In this notebook, we will pick a story map written in English language, and create another story map with the text translated to Spanish language using the arcgis.learn.text's TextTranslator class. The TextTranslator class is part of inference-only classes offerered by the arcgis.laern.text submodule. These inference-only classes offer a simple API dedicated to several Natural Language Processing (NLP) tasks including Masked Language Modeling, Text Generation, Sentiment Analysis, Summarization, Machine Translation and Question Answering.


  • Inferencing workflows for Inference-only Text models of arcgis.learn.text submodule is based on Hugging Face Transformers library.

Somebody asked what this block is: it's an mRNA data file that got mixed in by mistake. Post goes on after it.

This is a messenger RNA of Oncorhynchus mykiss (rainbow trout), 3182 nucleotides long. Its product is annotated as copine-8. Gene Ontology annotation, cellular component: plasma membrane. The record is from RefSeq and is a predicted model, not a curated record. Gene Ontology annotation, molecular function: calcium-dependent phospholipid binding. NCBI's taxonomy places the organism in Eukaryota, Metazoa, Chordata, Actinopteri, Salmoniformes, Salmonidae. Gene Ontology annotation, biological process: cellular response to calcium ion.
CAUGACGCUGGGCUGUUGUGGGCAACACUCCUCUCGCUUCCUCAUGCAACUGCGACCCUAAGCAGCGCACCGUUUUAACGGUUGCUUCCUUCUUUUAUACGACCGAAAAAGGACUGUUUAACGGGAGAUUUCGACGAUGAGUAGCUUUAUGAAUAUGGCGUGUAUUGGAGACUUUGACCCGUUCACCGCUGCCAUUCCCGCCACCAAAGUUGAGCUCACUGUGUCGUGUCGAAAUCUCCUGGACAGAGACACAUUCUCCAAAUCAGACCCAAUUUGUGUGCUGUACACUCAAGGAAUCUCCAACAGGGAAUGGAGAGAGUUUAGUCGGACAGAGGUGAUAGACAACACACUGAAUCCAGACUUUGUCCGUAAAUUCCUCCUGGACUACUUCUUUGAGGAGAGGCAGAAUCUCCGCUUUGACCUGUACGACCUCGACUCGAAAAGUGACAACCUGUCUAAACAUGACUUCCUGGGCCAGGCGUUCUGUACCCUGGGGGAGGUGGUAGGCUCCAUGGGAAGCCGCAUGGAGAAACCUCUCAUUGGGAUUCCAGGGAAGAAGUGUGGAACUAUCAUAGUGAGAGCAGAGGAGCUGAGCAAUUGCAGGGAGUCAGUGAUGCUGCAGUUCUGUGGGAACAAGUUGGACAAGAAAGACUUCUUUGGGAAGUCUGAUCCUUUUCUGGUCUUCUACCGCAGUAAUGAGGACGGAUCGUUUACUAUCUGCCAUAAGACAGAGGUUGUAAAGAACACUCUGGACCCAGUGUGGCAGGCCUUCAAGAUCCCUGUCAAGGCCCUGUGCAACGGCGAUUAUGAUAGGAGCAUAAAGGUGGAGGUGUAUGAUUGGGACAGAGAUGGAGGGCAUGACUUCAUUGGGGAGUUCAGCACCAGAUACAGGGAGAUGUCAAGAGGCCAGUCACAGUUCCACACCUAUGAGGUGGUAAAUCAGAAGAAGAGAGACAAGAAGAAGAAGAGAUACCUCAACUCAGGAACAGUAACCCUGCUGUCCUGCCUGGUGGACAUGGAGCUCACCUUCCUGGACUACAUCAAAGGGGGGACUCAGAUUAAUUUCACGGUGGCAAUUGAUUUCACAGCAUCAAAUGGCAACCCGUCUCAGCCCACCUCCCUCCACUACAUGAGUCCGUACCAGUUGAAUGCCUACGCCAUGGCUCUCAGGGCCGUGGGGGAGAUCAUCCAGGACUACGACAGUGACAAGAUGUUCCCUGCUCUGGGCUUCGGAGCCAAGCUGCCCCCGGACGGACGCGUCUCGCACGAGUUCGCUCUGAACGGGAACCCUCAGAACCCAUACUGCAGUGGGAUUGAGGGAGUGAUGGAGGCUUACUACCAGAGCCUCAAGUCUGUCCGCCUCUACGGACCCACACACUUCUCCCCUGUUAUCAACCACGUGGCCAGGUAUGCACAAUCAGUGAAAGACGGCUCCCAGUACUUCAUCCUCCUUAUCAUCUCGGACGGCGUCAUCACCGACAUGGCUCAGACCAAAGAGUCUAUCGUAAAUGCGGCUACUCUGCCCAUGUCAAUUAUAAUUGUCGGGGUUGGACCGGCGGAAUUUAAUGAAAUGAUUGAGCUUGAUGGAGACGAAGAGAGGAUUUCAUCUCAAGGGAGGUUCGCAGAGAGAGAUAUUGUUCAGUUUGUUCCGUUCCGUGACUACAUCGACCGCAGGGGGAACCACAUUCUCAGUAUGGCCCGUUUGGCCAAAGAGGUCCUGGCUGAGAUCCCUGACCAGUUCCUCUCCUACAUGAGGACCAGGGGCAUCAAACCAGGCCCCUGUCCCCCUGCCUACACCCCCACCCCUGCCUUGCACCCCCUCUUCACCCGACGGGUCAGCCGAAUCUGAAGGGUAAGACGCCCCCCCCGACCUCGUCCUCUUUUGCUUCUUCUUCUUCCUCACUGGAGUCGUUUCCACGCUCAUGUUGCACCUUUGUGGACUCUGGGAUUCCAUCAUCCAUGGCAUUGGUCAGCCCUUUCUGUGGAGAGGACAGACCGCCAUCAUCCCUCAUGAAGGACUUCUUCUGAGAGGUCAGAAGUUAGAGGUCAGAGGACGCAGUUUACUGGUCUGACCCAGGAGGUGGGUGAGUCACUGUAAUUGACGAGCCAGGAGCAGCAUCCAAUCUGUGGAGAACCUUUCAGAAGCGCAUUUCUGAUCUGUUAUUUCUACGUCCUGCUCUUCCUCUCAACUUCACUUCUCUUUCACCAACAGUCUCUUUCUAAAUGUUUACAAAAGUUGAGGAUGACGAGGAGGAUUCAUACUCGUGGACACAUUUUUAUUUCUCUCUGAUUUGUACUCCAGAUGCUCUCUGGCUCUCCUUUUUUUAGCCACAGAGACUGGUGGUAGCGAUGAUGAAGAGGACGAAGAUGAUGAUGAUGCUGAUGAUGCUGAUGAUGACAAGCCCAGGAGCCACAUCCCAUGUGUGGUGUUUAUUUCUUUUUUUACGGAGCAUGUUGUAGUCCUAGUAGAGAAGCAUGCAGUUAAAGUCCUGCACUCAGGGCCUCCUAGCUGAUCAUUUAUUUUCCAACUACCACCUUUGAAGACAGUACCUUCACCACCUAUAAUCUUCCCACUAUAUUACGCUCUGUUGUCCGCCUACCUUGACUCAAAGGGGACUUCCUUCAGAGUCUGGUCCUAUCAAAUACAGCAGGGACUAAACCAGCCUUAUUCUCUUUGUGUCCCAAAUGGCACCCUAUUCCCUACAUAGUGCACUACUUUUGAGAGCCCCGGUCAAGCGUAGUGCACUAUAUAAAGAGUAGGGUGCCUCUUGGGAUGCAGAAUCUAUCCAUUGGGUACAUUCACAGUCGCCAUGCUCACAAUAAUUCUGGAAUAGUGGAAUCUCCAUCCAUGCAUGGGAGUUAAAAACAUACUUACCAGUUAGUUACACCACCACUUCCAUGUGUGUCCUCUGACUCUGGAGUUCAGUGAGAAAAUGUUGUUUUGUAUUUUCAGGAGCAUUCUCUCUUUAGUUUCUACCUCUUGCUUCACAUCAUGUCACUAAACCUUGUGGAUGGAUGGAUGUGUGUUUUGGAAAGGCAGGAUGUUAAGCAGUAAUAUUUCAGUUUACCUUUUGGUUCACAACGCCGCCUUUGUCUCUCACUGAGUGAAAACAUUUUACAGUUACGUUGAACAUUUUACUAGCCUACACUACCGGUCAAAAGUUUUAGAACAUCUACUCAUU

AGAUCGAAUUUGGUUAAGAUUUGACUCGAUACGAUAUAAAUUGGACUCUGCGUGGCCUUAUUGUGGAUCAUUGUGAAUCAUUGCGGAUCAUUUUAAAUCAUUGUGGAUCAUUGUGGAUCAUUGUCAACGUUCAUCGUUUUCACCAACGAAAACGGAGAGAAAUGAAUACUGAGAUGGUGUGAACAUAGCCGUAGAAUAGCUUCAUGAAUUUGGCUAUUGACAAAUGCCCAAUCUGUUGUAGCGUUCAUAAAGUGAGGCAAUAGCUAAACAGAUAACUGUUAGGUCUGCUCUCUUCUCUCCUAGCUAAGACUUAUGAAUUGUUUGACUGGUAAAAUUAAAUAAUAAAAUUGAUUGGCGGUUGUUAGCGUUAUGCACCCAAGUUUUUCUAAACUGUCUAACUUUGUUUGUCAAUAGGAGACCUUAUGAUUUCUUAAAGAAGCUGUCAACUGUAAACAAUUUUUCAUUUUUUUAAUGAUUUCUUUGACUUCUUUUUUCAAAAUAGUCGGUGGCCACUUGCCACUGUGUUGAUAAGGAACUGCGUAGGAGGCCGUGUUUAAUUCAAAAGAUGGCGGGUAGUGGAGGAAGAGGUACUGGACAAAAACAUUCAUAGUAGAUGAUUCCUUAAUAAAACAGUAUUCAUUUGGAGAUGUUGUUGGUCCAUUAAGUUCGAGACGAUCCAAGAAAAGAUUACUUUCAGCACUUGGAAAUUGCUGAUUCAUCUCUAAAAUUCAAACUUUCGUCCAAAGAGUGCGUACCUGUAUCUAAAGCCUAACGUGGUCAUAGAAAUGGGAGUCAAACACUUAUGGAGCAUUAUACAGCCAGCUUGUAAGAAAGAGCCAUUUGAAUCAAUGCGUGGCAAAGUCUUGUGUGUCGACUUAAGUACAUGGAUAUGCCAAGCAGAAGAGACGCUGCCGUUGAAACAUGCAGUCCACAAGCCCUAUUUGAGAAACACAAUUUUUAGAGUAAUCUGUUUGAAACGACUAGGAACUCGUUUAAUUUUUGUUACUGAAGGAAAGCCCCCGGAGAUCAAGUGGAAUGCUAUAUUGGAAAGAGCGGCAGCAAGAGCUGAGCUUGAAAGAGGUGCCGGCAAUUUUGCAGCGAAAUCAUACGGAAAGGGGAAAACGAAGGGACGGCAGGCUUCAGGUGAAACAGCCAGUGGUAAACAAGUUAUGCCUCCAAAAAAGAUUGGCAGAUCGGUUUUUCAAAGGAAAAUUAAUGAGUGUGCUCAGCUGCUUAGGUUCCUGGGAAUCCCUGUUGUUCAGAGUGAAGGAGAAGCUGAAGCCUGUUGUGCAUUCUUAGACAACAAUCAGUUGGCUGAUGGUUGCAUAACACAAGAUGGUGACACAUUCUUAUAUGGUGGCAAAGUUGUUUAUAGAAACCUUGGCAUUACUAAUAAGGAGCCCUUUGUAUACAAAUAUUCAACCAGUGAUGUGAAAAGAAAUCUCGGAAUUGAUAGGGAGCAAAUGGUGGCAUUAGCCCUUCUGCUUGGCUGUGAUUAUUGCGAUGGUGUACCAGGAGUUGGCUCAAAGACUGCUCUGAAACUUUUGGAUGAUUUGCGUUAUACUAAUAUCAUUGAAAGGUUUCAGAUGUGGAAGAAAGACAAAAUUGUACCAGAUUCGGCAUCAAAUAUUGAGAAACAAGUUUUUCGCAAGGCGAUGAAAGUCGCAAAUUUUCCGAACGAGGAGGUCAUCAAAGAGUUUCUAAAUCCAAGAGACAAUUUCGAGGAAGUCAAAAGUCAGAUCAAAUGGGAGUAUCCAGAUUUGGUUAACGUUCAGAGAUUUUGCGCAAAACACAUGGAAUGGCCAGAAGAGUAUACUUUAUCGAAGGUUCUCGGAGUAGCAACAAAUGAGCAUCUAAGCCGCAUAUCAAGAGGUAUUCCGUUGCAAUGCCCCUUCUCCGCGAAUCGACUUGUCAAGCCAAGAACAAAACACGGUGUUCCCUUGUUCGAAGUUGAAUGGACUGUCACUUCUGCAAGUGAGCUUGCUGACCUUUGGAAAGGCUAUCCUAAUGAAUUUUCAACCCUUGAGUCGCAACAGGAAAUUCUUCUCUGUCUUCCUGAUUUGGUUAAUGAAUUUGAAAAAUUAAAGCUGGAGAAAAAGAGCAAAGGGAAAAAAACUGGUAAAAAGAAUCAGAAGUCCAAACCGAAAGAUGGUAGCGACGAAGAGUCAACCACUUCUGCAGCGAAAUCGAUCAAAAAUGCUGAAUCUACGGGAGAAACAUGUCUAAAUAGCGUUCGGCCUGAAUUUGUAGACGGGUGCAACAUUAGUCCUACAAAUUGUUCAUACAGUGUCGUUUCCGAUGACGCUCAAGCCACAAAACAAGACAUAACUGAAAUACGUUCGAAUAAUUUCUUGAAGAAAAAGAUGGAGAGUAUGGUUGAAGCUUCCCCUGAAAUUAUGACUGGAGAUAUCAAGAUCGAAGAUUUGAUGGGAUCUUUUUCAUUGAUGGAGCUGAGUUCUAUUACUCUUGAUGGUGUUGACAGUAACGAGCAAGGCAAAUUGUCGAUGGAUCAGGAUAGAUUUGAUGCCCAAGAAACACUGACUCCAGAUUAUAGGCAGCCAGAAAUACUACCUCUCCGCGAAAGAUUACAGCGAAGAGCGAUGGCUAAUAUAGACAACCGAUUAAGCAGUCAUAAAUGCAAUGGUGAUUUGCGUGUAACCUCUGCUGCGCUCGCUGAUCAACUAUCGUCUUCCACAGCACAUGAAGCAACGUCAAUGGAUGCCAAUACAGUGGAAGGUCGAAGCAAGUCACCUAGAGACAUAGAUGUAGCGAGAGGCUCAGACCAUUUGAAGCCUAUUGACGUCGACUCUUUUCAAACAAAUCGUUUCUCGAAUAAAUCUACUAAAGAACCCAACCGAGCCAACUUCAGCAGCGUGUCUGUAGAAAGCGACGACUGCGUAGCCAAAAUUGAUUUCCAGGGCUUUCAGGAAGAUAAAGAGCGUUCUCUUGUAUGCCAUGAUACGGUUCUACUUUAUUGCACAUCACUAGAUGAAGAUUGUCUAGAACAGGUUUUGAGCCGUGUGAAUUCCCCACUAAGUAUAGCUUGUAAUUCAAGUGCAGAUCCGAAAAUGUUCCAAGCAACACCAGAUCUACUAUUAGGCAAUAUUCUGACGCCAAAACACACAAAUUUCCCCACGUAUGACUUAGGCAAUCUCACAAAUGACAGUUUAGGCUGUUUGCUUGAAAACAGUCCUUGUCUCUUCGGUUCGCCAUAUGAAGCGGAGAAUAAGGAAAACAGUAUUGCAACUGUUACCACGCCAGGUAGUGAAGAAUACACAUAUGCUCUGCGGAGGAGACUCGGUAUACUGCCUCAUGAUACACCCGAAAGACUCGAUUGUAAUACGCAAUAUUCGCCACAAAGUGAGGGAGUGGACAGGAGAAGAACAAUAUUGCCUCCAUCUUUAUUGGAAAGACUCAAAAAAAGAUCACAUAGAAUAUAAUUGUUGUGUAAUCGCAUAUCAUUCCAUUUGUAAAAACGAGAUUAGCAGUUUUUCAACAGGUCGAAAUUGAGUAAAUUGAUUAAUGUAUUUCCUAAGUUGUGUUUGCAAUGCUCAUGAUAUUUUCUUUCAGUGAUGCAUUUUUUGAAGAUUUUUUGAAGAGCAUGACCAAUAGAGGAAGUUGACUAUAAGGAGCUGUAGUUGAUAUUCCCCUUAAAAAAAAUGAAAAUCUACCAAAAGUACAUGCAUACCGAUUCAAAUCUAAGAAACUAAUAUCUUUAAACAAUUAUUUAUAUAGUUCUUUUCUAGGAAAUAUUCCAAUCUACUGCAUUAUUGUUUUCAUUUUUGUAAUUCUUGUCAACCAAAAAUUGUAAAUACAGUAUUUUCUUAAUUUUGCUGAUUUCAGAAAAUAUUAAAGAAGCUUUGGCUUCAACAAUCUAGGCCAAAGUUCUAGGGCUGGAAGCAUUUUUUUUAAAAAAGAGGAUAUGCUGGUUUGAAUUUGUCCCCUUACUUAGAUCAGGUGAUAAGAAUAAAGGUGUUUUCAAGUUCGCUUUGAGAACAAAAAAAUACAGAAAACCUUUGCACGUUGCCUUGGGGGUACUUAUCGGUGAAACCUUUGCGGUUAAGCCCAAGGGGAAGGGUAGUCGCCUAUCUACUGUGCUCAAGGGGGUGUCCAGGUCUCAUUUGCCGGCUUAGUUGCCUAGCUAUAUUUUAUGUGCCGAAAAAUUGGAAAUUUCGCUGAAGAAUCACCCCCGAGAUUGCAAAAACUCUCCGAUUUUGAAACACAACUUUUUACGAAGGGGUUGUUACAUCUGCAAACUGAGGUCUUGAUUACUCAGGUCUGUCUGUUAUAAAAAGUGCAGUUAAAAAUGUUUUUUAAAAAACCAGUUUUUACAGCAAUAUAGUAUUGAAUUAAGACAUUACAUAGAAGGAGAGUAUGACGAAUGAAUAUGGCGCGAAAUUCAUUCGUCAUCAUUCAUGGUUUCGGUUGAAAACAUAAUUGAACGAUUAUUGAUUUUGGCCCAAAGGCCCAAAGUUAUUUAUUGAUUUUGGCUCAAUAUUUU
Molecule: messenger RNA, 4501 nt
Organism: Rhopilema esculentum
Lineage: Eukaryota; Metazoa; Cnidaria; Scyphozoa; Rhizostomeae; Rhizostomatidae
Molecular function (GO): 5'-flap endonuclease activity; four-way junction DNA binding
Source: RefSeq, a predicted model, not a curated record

• Refer to the section Install deep learning dependencies of arcgis.learn module for detailed explanation about deep learning dependencies.
  • Beautiful Soup python library to pull text out from the HTML content of the story map.
  • Choosing a pretrained model: Depending on the task and the language of the input text, user might need to choose an appropriate transformer backbone to generate desired inference. This link lists out all the pretrained models offered by Hugging Face Transformers library that allows translation from a source language to one or more target languages.


In [1]:
from arcgis import GIS
from bs4 import BeautifulSoup
from arcgis.learn.text import TextTranslator

Translate Story Map from English to Spanish